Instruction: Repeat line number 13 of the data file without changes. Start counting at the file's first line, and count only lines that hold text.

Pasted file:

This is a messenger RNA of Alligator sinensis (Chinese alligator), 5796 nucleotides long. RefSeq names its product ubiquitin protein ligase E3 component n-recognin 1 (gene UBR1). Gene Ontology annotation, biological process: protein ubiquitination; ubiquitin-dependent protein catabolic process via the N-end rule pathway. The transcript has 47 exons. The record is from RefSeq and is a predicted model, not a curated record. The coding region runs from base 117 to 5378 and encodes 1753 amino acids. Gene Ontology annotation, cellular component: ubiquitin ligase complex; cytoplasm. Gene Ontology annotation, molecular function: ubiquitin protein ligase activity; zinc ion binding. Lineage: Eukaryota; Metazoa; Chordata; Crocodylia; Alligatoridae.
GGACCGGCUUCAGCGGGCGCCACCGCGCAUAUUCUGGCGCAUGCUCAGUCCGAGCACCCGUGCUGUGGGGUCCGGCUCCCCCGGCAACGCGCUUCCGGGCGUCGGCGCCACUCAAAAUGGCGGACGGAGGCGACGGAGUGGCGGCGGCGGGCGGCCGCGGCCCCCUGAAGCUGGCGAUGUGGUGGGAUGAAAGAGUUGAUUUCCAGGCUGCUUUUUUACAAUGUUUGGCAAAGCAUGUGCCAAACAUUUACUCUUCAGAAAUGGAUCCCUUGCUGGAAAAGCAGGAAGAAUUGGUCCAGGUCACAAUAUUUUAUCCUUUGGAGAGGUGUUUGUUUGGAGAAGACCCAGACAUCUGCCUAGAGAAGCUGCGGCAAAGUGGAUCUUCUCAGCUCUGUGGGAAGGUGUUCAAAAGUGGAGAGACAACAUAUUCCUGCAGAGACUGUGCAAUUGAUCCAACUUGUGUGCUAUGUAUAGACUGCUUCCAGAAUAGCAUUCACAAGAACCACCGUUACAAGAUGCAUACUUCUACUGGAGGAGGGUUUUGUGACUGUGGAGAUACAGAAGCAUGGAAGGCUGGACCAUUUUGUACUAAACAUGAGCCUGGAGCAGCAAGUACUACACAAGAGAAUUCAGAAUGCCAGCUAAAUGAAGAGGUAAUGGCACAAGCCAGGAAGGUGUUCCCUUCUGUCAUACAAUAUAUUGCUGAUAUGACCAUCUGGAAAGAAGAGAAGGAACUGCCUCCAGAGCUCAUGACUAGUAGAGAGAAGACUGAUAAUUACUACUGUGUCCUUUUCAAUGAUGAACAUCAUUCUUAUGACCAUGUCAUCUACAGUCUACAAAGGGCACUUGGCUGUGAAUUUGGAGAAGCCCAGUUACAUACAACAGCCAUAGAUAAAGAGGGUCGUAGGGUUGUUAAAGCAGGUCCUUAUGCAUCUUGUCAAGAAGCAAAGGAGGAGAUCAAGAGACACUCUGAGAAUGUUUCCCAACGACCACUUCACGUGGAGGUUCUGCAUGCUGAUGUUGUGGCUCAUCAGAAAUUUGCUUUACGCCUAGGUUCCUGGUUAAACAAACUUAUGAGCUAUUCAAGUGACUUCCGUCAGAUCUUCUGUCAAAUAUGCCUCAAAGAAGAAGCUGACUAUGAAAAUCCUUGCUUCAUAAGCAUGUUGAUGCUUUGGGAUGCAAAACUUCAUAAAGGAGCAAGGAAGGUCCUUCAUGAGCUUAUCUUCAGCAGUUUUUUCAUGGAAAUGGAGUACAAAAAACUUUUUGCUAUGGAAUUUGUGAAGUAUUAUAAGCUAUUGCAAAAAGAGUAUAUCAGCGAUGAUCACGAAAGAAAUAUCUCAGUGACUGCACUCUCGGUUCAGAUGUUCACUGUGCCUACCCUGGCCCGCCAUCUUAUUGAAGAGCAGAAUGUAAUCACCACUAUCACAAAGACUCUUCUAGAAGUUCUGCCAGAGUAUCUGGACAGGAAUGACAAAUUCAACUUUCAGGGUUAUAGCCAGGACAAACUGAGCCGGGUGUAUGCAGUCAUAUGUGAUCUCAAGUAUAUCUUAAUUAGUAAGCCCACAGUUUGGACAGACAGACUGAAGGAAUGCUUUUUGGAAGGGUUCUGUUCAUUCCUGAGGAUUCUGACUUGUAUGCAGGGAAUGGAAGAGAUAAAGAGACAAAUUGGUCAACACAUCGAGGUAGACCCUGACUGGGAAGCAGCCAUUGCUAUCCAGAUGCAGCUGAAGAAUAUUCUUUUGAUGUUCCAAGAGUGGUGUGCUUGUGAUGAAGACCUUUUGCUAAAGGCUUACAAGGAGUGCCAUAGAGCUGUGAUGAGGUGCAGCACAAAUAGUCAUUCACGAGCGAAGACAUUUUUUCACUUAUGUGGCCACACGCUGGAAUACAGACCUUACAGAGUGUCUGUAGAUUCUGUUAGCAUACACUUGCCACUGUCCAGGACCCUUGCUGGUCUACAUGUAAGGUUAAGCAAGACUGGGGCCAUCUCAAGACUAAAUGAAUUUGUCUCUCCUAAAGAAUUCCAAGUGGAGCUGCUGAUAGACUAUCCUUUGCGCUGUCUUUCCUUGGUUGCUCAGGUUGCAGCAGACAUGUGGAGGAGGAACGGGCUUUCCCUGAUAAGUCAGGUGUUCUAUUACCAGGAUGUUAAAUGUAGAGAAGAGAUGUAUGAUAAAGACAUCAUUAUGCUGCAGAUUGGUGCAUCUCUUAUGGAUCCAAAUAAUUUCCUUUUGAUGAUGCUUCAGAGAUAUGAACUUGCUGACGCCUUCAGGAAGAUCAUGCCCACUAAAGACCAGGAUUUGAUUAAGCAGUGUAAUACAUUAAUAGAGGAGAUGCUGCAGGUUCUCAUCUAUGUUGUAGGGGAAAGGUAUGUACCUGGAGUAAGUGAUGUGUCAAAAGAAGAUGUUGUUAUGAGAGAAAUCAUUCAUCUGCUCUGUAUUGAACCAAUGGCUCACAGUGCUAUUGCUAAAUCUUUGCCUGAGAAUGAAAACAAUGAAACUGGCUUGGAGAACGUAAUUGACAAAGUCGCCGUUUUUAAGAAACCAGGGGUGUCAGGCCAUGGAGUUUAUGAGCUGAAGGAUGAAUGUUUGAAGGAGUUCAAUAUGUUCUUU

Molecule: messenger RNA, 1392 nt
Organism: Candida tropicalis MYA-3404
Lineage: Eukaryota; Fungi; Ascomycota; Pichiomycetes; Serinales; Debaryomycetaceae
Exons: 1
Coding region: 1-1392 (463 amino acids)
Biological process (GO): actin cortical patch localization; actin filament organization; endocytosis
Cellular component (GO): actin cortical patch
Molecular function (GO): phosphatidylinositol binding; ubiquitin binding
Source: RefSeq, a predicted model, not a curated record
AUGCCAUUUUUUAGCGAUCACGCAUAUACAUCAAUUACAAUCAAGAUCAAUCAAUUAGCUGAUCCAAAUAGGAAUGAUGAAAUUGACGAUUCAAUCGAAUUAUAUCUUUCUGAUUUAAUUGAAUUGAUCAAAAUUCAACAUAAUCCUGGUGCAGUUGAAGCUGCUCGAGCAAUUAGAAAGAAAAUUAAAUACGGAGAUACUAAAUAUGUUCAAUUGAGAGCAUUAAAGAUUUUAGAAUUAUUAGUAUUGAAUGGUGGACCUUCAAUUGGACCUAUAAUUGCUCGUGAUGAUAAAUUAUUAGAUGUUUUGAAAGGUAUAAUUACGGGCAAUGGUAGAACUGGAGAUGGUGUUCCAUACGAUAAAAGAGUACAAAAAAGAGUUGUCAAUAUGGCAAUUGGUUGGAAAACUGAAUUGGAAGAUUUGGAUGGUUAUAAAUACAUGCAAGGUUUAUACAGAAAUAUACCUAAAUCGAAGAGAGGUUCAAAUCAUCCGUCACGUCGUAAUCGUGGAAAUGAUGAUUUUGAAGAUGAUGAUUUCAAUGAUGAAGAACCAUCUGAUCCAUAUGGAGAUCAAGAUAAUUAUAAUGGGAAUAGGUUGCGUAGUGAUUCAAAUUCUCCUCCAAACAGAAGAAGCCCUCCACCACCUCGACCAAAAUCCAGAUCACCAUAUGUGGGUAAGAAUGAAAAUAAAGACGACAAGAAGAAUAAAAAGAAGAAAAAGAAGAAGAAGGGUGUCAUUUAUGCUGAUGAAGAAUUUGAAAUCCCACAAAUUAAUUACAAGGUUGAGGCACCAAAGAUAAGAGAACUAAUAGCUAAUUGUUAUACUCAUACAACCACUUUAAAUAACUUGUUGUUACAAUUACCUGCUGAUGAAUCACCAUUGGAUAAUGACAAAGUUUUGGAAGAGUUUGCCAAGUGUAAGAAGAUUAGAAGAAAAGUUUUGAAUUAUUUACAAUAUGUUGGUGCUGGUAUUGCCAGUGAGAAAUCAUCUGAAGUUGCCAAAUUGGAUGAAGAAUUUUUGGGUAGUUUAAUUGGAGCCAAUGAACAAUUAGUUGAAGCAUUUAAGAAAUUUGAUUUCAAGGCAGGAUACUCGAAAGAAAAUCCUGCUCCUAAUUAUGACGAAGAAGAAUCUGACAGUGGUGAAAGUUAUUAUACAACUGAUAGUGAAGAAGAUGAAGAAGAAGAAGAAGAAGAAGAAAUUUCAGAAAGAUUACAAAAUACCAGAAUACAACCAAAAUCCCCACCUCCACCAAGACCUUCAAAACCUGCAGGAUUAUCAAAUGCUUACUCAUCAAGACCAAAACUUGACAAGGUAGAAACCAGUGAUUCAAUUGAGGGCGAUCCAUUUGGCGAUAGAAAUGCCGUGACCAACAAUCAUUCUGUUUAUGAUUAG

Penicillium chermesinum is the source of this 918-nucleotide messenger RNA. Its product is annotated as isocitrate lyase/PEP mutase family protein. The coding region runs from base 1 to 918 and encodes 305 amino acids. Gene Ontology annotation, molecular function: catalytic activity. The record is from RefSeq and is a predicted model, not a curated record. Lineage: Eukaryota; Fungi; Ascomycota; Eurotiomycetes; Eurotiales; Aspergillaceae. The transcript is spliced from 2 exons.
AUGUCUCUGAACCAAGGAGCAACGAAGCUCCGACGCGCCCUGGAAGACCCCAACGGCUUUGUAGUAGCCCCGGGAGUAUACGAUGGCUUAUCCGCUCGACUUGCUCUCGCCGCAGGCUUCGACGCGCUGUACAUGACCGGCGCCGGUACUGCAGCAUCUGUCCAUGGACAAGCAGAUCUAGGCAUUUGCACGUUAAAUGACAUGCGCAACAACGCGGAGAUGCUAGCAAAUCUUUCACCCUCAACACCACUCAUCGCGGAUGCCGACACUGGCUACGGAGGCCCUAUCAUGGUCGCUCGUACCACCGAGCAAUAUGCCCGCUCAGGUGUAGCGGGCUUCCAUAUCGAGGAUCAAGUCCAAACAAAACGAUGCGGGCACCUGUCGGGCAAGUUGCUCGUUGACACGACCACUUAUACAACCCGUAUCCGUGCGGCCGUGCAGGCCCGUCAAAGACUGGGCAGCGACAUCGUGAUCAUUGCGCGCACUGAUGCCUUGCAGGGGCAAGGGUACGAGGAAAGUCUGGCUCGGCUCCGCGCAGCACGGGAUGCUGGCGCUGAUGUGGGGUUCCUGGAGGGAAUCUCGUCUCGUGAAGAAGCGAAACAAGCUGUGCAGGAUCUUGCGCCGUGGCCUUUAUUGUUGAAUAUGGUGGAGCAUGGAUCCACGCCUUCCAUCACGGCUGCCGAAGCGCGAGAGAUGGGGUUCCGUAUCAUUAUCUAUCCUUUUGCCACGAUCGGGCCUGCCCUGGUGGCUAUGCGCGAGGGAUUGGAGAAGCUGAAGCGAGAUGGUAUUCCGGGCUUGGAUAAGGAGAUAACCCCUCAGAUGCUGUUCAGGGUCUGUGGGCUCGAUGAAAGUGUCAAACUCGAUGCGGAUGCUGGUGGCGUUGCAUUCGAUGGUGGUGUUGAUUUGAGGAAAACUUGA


Penicillium chermesinum is the source of this 918-nucleotide messenger RNA. Its product is annotated as isocitrate lyase/PEP mutase family protein. The coding region runs from base 1 to 918 and encodes 305 amino acids. Gene Ontology annotation, molecular function: catalytic activity. The record is from RefSeq and is a predicted model, not a curated record. Lineage: Eukaryota; Fungi; Ascomycota; Eurotiomycetes; Eurotiales; Aspergillaceae. The transcript is spliced from 2 exons.